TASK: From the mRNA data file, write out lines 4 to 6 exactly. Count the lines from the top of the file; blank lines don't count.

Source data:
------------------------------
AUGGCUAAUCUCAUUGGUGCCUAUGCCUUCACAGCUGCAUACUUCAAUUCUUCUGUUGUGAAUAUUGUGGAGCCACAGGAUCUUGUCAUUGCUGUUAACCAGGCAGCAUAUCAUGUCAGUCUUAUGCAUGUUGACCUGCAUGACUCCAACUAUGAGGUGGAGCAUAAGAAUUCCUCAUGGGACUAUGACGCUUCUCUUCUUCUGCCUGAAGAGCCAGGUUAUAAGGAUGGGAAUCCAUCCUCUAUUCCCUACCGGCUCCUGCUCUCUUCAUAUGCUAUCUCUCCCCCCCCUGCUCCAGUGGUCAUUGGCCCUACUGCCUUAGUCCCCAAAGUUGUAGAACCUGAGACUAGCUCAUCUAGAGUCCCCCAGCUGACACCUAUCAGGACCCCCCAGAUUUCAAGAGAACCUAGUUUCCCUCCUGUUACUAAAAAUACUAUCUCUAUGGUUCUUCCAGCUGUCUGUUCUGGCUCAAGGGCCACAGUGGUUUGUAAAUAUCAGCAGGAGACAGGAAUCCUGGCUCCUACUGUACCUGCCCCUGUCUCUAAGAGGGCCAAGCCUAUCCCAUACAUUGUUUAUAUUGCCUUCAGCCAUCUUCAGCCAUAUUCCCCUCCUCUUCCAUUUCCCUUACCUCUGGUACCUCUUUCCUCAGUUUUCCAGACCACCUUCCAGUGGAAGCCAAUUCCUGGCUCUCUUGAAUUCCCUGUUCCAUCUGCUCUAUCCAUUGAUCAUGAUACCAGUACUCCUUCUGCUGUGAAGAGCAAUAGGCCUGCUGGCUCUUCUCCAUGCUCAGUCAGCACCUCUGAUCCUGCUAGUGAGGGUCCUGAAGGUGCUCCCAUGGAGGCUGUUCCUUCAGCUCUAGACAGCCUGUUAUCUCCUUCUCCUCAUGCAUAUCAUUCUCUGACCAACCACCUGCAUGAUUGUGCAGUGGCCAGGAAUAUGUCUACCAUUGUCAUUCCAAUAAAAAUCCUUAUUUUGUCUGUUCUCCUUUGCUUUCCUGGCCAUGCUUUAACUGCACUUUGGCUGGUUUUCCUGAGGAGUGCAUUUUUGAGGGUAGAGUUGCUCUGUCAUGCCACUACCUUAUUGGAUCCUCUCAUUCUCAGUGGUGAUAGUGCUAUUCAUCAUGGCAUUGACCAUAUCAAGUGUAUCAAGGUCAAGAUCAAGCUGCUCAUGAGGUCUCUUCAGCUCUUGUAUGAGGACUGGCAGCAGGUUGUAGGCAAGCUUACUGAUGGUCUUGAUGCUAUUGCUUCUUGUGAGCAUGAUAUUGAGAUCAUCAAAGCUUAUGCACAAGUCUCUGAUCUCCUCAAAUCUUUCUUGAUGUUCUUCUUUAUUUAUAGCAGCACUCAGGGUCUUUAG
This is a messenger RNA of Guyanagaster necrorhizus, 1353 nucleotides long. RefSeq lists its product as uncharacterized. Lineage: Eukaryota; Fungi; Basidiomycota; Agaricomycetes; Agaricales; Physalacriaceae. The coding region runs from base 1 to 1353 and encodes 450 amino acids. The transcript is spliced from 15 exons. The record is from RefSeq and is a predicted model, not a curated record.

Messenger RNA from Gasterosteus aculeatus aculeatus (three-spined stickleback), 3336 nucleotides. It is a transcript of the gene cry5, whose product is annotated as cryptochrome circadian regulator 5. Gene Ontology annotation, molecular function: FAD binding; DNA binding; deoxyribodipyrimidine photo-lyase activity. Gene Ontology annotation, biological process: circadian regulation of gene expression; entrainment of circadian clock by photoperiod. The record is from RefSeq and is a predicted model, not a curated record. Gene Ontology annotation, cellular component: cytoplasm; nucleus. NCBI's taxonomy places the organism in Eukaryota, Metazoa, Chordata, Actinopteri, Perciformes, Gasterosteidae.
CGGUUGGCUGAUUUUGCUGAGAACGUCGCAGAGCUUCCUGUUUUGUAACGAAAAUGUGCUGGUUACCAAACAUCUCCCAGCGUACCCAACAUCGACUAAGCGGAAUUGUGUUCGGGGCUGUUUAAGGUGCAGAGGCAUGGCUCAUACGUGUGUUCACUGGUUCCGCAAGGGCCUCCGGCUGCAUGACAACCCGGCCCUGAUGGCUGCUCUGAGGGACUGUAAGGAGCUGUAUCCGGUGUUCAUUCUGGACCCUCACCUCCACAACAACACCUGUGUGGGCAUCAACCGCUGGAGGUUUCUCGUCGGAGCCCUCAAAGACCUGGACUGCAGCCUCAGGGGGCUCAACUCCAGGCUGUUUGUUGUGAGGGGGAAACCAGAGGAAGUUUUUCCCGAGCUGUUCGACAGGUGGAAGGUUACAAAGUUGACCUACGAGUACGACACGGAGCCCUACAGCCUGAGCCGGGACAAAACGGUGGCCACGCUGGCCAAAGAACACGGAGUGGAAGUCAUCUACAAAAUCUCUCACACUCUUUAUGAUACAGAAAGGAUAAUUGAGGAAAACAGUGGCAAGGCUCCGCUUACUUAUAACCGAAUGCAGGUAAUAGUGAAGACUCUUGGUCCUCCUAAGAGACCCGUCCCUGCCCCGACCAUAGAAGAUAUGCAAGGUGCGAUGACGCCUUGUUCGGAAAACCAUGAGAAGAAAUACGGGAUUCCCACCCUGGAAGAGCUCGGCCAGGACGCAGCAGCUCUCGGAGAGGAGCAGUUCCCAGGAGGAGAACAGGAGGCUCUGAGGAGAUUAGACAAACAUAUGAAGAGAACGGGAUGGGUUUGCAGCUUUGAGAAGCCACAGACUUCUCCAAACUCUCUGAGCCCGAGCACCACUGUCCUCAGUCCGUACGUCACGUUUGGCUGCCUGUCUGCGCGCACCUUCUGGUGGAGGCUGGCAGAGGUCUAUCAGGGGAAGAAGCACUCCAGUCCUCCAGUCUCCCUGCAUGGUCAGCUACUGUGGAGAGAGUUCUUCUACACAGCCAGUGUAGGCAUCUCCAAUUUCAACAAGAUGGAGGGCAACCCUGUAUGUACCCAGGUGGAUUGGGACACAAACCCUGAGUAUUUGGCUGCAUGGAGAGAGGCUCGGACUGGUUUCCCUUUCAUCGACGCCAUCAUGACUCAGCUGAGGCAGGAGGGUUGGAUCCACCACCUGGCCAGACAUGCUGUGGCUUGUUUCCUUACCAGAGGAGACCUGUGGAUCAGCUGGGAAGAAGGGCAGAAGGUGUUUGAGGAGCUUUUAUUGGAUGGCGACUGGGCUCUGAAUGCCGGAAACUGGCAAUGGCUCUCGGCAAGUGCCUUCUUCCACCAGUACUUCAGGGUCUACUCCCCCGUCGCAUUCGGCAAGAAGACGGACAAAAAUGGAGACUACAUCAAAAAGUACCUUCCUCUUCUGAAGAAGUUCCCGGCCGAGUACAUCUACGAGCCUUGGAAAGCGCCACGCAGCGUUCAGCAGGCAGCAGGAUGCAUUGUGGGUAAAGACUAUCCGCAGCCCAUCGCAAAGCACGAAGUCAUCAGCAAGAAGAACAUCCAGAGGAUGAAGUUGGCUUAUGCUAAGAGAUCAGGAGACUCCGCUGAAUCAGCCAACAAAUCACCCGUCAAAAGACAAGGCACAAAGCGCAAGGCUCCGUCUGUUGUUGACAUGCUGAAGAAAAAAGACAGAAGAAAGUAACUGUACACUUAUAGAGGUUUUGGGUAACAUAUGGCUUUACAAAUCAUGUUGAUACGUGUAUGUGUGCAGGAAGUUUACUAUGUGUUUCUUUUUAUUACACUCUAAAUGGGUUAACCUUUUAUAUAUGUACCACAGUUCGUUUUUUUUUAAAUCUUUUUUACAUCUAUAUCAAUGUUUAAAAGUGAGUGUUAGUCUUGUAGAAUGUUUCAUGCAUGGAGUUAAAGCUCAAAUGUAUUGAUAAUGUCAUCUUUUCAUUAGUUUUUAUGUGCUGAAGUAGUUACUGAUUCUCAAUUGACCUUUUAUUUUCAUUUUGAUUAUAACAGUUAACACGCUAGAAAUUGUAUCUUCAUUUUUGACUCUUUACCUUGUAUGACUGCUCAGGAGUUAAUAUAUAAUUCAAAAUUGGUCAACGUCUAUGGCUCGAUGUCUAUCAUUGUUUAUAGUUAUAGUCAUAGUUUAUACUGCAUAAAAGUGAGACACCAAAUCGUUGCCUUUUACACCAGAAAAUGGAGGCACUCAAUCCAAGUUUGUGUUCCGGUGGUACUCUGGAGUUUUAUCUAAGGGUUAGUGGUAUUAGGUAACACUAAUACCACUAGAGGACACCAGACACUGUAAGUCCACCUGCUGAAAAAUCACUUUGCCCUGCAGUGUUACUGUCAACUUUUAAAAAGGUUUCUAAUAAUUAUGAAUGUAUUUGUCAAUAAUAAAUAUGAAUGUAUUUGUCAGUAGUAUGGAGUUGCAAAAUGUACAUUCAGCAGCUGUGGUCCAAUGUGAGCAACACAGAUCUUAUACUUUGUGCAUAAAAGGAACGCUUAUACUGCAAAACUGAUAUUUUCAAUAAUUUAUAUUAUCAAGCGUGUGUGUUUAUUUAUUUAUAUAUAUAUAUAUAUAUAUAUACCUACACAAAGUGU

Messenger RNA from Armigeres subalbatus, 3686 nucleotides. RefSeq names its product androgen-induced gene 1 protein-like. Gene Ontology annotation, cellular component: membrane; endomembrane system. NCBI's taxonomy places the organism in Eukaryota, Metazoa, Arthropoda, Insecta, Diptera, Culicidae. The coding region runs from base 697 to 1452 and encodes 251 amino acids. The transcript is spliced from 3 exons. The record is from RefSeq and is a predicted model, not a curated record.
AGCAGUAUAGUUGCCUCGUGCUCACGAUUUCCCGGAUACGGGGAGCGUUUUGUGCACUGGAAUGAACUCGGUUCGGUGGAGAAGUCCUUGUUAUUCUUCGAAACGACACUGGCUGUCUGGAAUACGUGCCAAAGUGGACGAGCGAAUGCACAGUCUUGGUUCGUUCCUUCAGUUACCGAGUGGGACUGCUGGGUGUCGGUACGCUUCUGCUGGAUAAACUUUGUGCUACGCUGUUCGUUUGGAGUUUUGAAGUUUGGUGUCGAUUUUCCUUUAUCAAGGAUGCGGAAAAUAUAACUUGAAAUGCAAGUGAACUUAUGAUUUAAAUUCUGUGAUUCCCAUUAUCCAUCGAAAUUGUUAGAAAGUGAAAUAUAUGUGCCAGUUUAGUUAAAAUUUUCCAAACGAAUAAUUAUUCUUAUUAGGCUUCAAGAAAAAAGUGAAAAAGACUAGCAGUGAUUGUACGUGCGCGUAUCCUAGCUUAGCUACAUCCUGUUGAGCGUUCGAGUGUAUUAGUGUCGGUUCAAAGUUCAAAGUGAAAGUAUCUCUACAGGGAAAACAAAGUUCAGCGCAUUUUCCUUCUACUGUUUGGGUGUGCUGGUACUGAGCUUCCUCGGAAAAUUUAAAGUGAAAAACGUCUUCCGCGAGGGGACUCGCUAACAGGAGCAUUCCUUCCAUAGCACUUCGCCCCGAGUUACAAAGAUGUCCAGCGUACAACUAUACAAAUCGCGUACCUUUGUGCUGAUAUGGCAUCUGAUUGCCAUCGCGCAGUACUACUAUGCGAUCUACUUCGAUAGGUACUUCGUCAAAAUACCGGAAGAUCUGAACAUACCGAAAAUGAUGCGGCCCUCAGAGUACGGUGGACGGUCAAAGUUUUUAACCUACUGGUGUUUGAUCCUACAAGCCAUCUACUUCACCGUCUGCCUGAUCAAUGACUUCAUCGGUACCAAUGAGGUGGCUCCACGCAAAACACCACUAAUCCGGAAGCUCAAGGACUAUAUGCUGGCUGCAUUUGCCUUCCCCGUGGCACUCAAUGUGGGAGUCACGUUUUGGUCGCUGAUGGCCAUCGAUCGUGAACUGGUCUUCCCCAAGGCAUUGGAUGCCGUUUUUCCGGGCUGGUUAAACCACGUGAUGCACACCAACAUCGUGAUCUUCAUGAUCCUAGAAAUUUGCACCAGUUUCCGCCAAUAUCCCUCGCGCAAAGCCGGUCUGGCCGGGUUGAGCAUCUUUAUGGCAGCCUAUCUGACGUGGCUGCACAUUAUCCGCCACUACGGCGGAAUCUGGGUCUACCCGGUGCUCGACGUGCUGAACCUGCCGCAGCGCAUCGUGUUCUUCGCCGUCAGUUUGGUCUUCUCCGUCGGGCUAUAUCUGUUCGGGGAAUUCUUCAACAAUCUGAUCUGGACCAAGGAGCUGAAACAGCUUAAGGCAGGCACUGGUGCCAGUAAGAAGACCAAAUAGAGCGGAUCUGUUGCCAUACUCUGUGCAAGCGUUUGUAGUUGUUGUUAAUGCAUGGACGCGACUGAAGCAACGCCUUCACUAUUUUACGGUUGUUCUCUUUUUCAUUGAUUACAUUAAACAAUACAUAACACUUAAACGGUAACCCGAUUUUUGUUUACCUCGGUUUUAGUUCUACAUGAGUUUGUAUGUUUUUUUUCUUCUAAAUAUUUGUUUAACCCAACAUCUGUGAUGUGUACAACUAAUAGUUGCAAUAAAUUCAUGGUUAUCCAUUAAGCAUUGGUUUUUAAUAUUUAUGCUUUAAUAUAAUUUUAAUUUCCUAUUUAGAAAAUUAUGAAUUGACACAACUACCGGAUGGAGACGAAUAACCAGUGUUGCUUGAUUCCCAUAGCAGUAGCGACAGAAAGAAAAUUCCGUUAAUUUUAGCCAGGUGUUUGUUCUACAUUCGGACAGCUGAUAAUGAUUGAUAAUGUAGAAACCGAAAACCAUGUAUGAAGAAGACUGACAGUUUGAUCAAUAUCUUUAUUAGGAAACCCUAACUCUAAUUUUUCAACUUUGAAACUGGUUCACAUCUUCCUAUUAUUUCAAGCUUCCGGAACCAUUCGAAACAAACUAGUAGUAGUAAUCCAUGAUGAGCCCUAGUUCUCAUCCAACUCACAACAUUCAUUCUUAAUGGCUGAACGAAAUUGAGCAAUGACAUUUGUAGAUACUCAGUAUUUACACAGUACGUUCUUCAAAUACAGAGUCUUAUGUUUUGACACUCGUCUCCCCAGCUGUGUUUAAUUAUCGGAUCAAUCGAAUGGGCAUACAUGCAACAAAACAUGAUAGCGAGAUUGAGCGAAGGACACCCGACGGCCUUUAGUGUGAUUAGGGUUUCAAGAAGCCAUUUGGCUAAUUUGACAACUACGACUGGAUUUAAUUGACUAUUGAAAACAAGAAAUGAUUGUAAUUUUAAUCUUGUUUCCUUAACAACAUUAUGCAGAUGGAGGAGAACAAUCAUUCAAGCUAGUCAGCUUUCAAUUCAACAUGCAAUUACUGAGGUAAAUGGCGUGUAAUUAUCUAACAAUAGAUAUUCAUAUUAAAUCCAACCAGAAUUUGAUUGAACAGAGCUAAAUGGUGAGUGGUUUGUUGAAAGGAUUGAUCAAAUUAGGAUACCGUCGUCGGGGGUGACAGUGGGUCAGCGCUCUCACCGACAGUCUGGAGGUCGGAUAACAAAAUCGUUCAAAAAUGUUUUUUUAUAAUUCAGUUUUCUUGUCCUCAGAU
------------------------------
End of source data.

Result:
CGGUUGGCUGAUUUUGCUGAGAACGUCGCAGAGCUUCCUGUUUUGUAACGAAAAUGUGCUGGUUACCAAACAUCUCCCAGCGUACCCAACAUCGACUAAGCGGAAUUGUGUUCGGGGCUGUUUAAGGUGCAGAGGCAUGGCUCAUACGUGUGUUCACUGGUUCCGCAAGGGCCUCCGGCUGCAUGACAACCCGGCCCUGAUGGCUGCUCUGAGGGACUGUAAGGAGCUGUAUCCGGUGUUCAUUCUGGACCCUCACCUCCACAACAACACCUGUGUGGGCAUCAACCGCUGGAGGUUUCUCGUCGGAGCCCUCAAAGACCUGGACUGCAGCCUCAGGGGGCUCAACUCCAGGCUGUUUGUUGUGAGGGGGAAACCAGAGGAAGUUUUUCCCGAGCUGUUCGACAGGUGGAAGGUUACAAAGUUGACCUACGAGUACGACACGGAGCCCUACAGCCUGAGCCGGGACAAAACGGUGGCCACGCUGGCCAAAGAACACGGAGUGGAAGUCAUCUACAAAAUCUCUCACACUCUUUAUGAUACAGAAAGGAUAAUUGAGGAAAACAGUGGCAAGGCUCCGCUUACUUAUAACCGAAUGCAGGUAAUAGUGAAGACUCUUGGUCCUCCUAAGAGACCCGUCCCUGCCCCGACCAUAGAAGAUAUGCAAGGUGCGAUGACGCCUUGUUCGGAAAACCAUGAGAAGAAAUACGGGAUUCCCACCCUGGAAGAGCUCGGCCAGGACGCAGCAGCUCUCGGAGAGGAGCAGUUCCCAGGAGGAGAACAGGAGGCUCUGAGGAGAUUAGACAAACAUAUGAAGAGAACGGGAUGGGUUUGCAGCUUUGAGAAGCCACAGACUUCUCCAAACUCUCUGAGCCCGAGCACCACUGUCCUCAGUCCGUACGUCACGUUUGGCUGCCUGUCUGCGCGCACCUUCUGGUGGAGGCUGGCAGAGGUCUAUCAGGGGAAGAAGCACUCCAGUCCUCCAGUCUCCCUGCAUGGUCAGCUACUGUGGAGAGAGUUCUUCUACACAGCCAGUGUAGGCAUCUCCAAUUUCAACAAGAUGGAGGGCAACCCUGUAUGUACCCAGGUGGAUUGGGACACAAACCCUGAGUAUUUGGCUGCAUGGAGAGAGGCUCGGACUGGUUUCCCUUUCAUCGACGCCAUCAUGACUCAGCUGAGGCAGGAGGGUUGGAUCCACCACCUGGCCAGACAUGCUGUGGCUUGUUUCCUUACCAGAGGAGACCUGUGGAUCAGCUGGGAAGAAGGGCAGAAGGUGUUUGAGGAGCUUUUAUUGGAUGGCGACUGGGCUCUGAAUGCCGGAAACUGGCAAUGGCUCUCGGCAAGUGCCUUCUUCCACCAGUACUUCAGGGUCUACUCCCCCGUCGCAUUCGGCAAGAAGACGGACAAAAAUGGAGACUACAUCAAAAAGUACCUUCCUCUUCUGAAGAAGUUCCCGGCCGAGUACAUCUACGAGCCUUGGAAAGCGCCACGCAGCGUUCAGCAGGCAGCAGGAUGCAUUGUGGGUAAAGACUAUCCGCAGCCCAUCGCAAAGCACGAAGUCAUCAGCAAGAAGAACAUCCAGAGGAUGAAGUUGGCUUAUGCUAAGAGAUCAGGAGACUCCGCUGAAUCAGCCAACAAAUCACCCGUCAAAAGACAAGGCACAAAGCGCAAGGCUCCGUCUGUUGUUGACAUGCUGAAGAAAAAAGACAGAAGAAAGUAACUGUACACUUAUAGAGGUUUUGGGUAACAUAUGGCUUUACAAAUCAUGUUGAUACGUGUAUGUGUGCAGGAAGUUUACUAUGUGUUUCUUUUUAUUACACUCUAAAUGGGUUAACCUUUUAUAUAUGUACCACAGUUCGUUUUUUUUUAAAUCUUUUUUACAUCUAUAUCAAUGUUUAAAAGUGAGUGUUAGUCUUGUAGAAUGUUUCAUGCAUGGAGUUAAAGCUCAAAUGUAUUGAUAAUGUCAUCUUUUCAUUAGUUUUUAUGUGCUGAAGUAGUUACUGAUUCUCAAUUGACCUUUUAUUUUCAUUUUGAUUAUAACAGUUAACACGCUAGAAAUUGUAUCUUCAUUUUUGACUCUUUACCUUGUAUGACUGCUCAGGAGUUAAUAUAUAAUUCAAAAUUGGUCAACGUCUAUGGCUCGAUGUCUAUCAUUGUUUAUAGUUAUAGUCAUAGUUUAUACUGCAUAAAAGUGAGACACCAAAUCGUUGCCUUUUACACCAGAAAAUGGAGGCACUCAAUCCAAGUUUGUGUUCCGGUGGUACUCUGGAGUUUUAUCUAAGGGUUAGUGGUAUUAGGUAACACUAAUACCACUAGAGGACACCAGACACUGUAAGUCCACCUGCUGAAAAAUCACUUUGCCCUGCAGUGUUACUGUCAACUUUUAAAAAGGUUUCUAAUAAUUAUGAAUGUAUUUGUCAAUAAUAAAUAUGAAUGUAUUUGUCAGUAGUAUGGAGUUGCAAAAUGUACAUUCAGCAGCUGUGGUCCAAUGUGAGCAACACAGAUCUUAUACUUUGUGCAUAAAAGGAACGCUUAUACUGCAAAACUGAUAUUUUCAAUAAUUUAUAUUAUCAAGCGUGUGUGUUUAUUUAUUUAUAUAUAUAUAUAUAUAUAUAUACCUACACAAAGUGU

Messenger RNA from Armigeres subalbatus, 3686 nucleotides. RefSeq names its product androgen-induced gene 1 protein-like. Gene Ontology annotation, cellular component: membrane; endomembrane system. NCBI's taxonomy places the organism in Eukaryota, Metazoa, Arthropoda, Insecta, Diptera, Culicidae. The coding region runs from base 697 to 1452 and encodes 251 amino acids. The transcript is spliced from 3 exons. The record is from RefSeq and is a predicted model, not a curated record.
AGCAGUAUAGUUGCCUCGUGCUCACGAUUUCCCGGAUACGGGGAGCGUUUUGUGCACUGGAAUGAACUCGGUUCGGUGGAGAAGUCCUUGUUAUUCUUCGAAACGACACUGGCUGUCUGGAAUACGUGCCAAAGUGGACGAGCGAAUGCACAGUCUUGGUUCGUUCCUUCAGUUACCGAGUGGGACUGCUGGGUGUCGGUACGCUUCUGCUGGAUAAACUUUGUGCUACGCUGUUCGUUUGGAGUUUUGAAGUUUGGUGUCGAUUUUCCUUUAUCAAGGAUGCGGAAAAUAUAACUUGAAAUGCAAGUGAACUUAUGAUUUAAAUUCUGUGAUUCCCAUUAUCCAUCGAAAUUGUUAGAAAGUGAAAUAUAUGUGCCAGUUUAGUUAAAAUUUUCCAAACGAAUAAUUAUUCUUAUUAGGCUUCAAGAAAAAAGUGAAAAAGACUAGCAGUGAUUGUACGUGCGCGUAUCCUAGCUUAGCUACAUCCUGUUGAGCGUUCGAGUGUAUUAGUGUCGGUUCAAAGUUCAAAGUGAAAGUAUCUCUACAGGGAAAACAAAGUUCAGCGCAUUUUCCUUCUACUGUUUGGGUGUGCUGGUACUGAGCUUCCUCGGAAAAUUUAAAGUGAAAAACGUCUUCCGCGAGGGGACUCGCUAACAGGAGCAUUCCUUCCAUAGCACUUCGCCCCGAGUUACAAAGAUGUCCAGCGUACAACUAUACAAAUCGCGUACCUUUGUGCUGAUAUGGCAUCUGAUUGCCAUCGCGCAGUACUACUAUGCGAUCUACUUCGAUAGGUACUUCGUCAAAAUACCGGAAGAUCUGAACAUACCGAAAAUGAUGCGGCCCUCAGAGUACGGUGGACGGUCAAAGUUUUUAACCUACUGGUGUUUGAUCCUACAAGCCAUCUACUUCACCGUCUGCCUGAUCAAUGACUUCAUCGGUACCAAUGAGGUGGCUCCACGCAAAACACCACUAAUCCGGAAGCUCAAGGACUAUAUGCUGGCUGCAUUUGCCUUCCCCGUGGCACUCAAUGUGGGAGUCACGUUUUGGUCGCUGAUGGCCAUCGAUCGUGAACUGGUCUUCCCCAAGGCAUUGGAUGCCGUUUUUCCGGGCUGGUUAAACCACGUGAUGCACACCAACAUCGUGAUCUUCAUGAUCCUAGAAAUUUGCACCAGUUUCCGCCAAUAUCCCUCGCGCAAAGCCGGUCUGGCCGGGUUGAGCAUCUUUAUGGCAGCCUAUCUGACGUGGCUGCACAUUAUCCGCCACUACGGCGGAAUCUGGGUCUACCCGGUGCUCGACGUGCUGAACCUGCCGCAGCGCAUCGUGUUCUUCGCCGUCAGUUUGGUCUUCUCCGUCGGGCUAUAUCUGUUCGGGGAAUUCUUCAACAAUCUGAUCUGGACCAAGGAGCUGAAACAGCUUAAGGCAGGCACUGGUGCCAGUAAGAAGACCAAAUAGAGCGGAUCUGUUGCCAUACUCUGUGCAAGCGUUUGUAGUUGUUGUUAAUGCAUGGACGCGACUGAAGCAACGCCUUCACUAUUUUACGGUUGUUCUCUUUUUCAUUGAUUACAUUAAACAAUACAUAACACUUAAACGGUAACCCGAUUUUUGUUUACCUCGGUUUUAGUUCUACAUGAGUUUGUAUGUUUUUUUUCUUCUAAAUAUUUGUUUAACCCAACAUCUGUGAUGUGUACAACUAAUAGUUGCAAUAAAUUCAUGGUUAUCCAUUAAGCAUUGGUUUUUAAUAUUUAUGCUUUAAUAUAAUUUUAAUUUCCUAUUUAGAAAAUUAUGAAUUGACACAACUACCGGAUGGAGACGAAUAACCAGUGUUGCUUGAUUCCCAUAGCAGUAGCGACAGAAAGAAAAUUCCGUUAAUUUUAGCCAGGUGUUUGUUCUACAUUCGGACAGCUGAUAAUGAUUGAUAAUGUAGAAACCGAAAACCAUGUAUGAAGAAGACUGACAGUUUGAUCAAUAUCUUUAUUAGGAAACCCUAACUCUAAUUUUUCAACUUUGAAACUGGUUCACAUCUUCCUAUUAUUUCAAGCUUCCGGAACCAUUCGAAACAAACUAGUAGUAGUAAUCCAUGAUGAGCCCUAGUUCUCAUCCAACUCACAACAUUCAUUCUUAAUGGCUGAACGAAAUUGAGCAAUGACAUUUGUAGAUACUCAGUAUUUACACAGUACGUUCUUCAAAUACAGAGUCUUAUGUUUUGACACUCGUCUCCCCAGCUGUGUUUAAUUAUCGGAUCAAUCGAAUGGGCAUACAUGCAACAAAACAUGAUAGCGAGAUUGAGCGAAGGACACCCGACGGCCUUUAGUGUGAUUAGGGUUUCAAGAAGCCAUUUGGCUAAUUUGACAACUACGACUGGAUUUAAUUGACUAUUGAAAACAAGAAAUGAUUGUAAUUUUAAUCUUGUUUCCUUAACAACAUUAUGCAGAUGGAGGAGAACAAUCAUUCAAGCUAGUCAGCUUUCAAUUCAACAUGCAAUUACUGAGGUAAAUGGCGUGUAAUUAUCUAACAAUAGAUAUUCAUAUUAAAUCCAACCAGAAUUUGAUUGAACAGAGCUAAAUGGUGAGUGGUUUGUUGAAAGGAUUGAUCAAAUUAGGAUACCGUCGUCGGGGGUGACAGUGGGUCAGCGCUCUCACCGACAGUCUGGAGGUCGGAUAACAAAAUCGUUCAAAAAUGUUUUUUUAUAAUUCAGUUUUCUUGUCCUCAGAU